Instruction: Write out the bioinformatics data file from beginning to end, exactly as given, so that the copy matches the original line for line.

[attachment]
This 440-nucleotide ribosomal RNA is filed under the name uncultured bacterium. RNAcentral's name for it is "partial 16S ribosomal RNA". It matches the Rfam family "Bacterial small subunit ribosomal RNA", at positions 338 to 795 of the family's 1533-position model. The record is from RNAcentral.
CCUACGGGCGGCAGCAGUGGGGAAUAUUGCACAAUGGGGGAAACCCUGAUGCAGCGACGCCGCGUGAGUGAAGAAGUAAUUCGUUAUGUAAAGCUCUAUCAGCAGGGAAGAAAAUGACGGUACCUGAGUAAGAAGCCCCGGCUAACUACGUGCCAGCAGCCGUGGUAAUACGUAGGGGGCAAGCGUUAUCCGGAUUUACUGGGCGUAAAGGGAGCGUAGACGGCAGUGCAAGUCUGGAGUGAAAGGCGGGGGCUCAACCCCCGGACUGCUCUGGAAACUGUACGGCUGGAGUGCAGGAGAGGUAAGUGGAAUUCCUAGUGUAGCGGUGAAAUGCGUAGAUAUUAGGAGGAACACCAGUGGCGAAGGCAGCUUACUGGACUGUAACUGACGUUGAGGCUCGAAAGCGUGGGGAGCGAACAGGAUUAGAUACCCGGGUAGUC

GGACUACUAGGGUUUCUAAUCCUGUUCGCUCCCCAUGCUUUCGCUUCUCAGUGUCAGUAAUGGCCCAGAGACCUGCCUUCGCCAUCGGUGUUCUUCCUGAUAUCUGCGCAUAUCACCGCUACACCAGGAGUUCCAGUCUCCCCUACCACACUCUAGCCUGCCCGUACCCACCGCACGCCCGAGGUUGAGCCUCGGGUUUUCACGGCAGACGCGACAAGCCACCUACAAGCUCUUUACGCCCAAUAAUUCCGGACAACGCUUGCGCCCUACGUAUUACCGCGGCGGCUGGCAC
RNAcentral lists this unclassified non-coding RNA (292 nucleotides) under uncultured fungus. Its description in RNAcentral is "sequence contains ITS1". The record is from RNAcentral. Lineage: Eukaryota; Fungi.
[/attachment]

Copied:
This 440-nucleotide ribosomal RNA is filed under the name uncultured bacterium. RNAcentral's name for it is "partial 16S ribosomal RNA". It matches the Rfam family "Bacterial small subunit ribosomal RNA", at positions 338 to 795 of the family's 1533-position model. The record is from RNAcentral.
CCUACGGGCGGCAGCAGUGGGGAAUAUUGCACAAUGGGGGAAACCCUGAUGCAGCGACGCCGCGUGAGUGAAGAAGUAAUUCGUUAUGUAAAGCUCUAUCAGCAGGGAAGAAAAUGACGGUACCUGAGUAAGAAGCCCCGGCUAACUACGUGCCAGCAGCCGUGGUAAUACGUAGGGGGCAAGCGUUAUCCGGAUUUACUGGGCGUAAAGGGAGCGUAGACGGCAGUGCAAGUCUGGAGUGAAAGGCGGGGGCUCAACCCCCGGACUGCUCUGGAAACUGUACGGCUGGAGUGCAGGAGAGGUAAGUGGAAUUCCUAGUGUAGCGGUGAAAUGCGUAGAUAUUAGGAGGAACACCAGUGGCGAAGGCAGCUUACUGGACUGUAACUGACGUUGAGGCUCGAAAGCGUGGGGAGCGAACAGGAUUAGAUACCCGGGUAGUC

GGACUACUAGGGUUUCUAAUCCUGUUCGCUCCCCAUGCUUUCGCUUCUCAGUGUCAGUAAUGGCCCAGAGACCUGCCUUCGCCAUCGGUGUUCUUCCUGAUAUCUGCGCAUAUCACCGCUACACCAGGAGUUCCAGUCUCCCCUACCACACUCUAGCCUGCCCGUACCCACCGCACGCCCGAGGUUGAGCCUCGGGUUUUCACGGCAGACGCGACAAGCCACCUACAAGCUCUUUACGCCCAAUAAUUCCGGACAACGCUUGCGCCCUACGUAUUACCGCGGCGGCUGGCAC
RNAcentral lists this unclassified non-coding RNA (292 nucleotides) under uncultured fungus. Its description in RNAcentral is "sequence contains ITS1". The record is from RNAcentral. Lineage: Eukaryota; Fungi.